Its hardly surprising that privacy and security advocates have raised concerns ever since the State Department announced that passports would soon include RFID technology. Some people are ready to oppose anything the government does.
But they have a point.
Use a little imagination, throw in government incompetence and some malicious intent and its not hard to see abuses happening.
Responsible analysts acknowledge that the government has taken at least some precautions to protect the privacy of the data, even if they argue that its not enough.
Im satisfied that many of the concerns about the technology stretch beyond reasonableness. Im especially unimpressed with the report from Flexilis on a vulnerability in the technology. (You might remember Flexilis as the company that designed the BlueSniper Bluetooth Rifle.)
Briefly put, they say that the RFID chip can be read in close proximity if the passport is slightly open, as it might be in a holders pocket.
They envision Americans brushing by bombs that automatically explode when their passport is read. Make sure to view Flexiliss YouTube video on the subject.
As opposed as I am to the wanton murder of Americans, of which I count myself as one, it seems to me that recent history shows there are easier and simpler ways to murder us. And there are better reasons to oppose e-passports.
I have to agree with Kevin Ashton, the co-founder of MITs Auto ID-Labs, which gave birth to EPCglobal, the international network for tracking items through a supply chain using RFID.
He argues that if RFID is in passports at all, it should be implemented the way EPCGlobal does it: all the chip stores is a unique code.
EPCGlobal defines a key numbering system, which is implemented in practice by Verisign, so that items can be tracked through out the supply-chain world-wide.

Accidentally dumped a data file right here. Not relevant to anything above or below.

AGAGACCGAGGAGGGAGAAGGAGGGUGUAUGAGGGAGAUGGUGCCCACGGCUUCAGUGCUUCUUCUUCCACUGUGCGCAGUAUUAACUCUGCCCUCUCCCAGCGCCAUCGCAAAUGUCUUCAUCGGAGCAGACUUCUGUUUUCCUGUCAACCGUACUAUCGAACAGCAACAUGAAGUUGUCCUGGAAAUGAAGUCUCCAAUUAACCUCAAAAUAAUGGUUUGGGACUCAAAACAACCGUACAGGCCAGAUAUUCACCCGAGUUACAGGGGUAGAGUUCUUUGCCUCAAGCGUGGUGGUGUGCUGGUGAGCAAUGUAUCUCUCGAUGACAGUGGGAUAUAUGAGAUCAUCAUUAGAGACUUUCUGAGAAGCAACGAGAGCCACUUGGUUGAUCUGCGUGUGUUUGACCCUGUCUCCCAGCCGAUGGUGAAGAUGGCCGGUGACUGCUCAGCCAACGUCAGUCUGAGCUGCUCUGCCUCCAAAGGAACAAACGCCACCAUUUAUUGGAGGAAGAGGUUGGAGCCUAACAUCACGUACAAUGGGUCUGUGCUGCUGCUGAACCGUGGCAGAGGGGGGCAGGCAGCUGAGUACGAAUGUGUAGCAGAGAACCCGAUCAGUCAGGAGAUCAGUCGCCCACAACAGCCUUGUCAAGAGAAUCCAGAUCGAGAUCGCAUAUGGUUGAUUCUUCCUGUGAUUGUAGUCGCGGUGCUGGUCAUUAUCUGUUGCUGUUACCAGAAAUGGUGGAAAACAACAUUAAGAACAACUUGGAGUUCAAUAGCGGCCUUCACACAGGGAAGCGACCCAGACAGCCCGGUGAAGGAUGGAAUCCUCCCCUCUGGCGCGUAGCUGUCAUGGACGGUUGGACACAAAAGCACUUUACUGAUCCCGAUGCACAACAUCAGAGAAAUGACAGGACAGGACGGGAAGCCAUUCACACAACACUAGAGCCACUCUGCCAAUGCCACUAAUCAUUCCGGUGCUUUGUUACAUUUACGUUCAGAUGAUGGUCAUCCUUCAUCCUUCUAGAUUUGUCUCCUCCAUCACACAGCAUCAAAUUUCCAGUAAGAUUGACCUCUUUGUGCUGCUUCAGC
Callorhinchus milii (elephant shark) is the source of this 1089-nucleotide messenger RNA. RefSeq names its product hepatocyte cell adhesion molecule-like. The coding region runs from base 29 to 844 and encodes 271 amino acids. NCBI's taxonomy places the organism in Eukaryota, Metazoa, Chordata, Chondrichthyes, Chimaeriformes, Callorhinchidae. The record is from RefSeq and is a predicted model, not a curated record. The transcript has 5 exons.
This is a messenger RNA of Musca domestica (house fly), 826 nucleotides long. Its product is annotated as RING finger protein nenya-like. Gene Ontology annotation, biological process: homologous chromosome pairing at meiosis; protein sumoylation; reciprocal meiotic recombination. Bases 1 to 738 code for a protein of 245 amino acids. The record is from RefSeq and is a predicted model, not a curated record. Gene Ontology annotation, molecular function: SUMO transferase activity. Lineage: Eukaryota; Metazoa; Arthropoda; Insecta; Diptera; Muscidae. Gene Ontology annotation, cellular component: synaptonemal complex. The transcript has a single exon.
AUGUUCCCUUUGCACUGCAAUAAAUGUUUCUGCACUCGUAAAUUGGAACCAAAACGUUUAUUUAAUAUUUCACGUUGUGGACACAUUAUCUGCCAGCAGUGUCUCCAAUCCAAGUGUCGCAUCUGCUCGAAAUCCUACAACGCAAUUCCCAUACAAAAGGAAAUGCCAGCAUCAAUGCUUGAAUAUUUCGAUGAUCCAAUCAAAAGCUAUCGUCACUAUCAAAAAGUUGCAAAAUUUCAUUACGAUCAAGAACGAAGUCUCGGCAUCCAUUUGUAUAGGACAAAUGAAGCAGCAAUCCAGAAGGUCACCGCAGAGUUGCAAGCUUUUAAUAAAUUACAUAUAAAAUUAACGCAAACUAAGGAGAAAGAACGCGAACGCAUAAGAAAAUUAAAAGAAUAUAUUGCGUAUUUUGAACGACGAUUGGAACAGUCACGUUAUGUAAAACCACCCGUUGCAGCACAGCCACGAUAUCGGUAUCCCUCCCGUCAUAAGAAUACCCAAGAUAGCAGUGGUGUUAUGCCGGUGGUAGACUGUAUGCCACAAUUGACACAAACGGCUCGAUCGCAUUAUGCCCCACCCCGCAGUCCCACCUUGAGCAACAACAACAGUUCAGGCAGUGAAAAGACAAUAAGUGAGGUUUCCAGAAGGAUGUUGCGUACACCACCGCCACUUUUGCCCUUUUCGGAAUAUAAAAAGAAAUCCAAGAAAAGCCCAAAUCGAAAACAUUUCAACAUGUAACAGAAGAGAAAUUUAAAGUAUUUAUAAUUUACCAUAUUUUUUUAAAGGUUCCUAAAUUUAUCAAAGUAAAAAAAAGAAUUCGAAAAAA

Readers can read the chips anywhere and use the number as a database key for lookups, or simply report it on to some database for tracking of its movements.
The e-passports transmit all of the actual data in the passport, including the picture. Ashton argues, and I have to agree, that there is no need for a passport to transmit anything more than the unique key. Authorities with access to the database can do a lookup.
Ashton also says that theres no need for most of the printed data on a passport, just the photo, but this seems like an overreaction to me. There are plenty of authorities with a reasonable right to rely on the passport and with no access to the database.
The State Department says that Congress mandated some sort of electronic component in passports, storing at least the picture, in order to facilitate face recognition technology. They also claim that it will speed up travel procedures.
The convenience factor doesnt seem compelling. Surely someone has to scrutinize the data whether they are looking at a physical passport or at a screen. And passport printed data is in such a regular form that it could be scanned and OCRd quickly.
Im not sure I understand the face recognition goal either. Do they intend to compare the digital photo in the passport to the photo of the person holding it? That needs to be done by a person anyway.
There is some logic to this argument, and it argues for having the data in the passport for performance purposes, but the logic is tenuous. If they mean to compare the photo to some database, that can be done offline, since the passport photos are clearly in some database at the State Department.
Im not usually as concerned with privacy issues as Bruce Schneier and that group, but I have to agree with him on this one: “I havent seen any compelling reasons why we are doing this.”
Security Center Editor Larry Seltzer has worked in and written about the computer industry since 1983.
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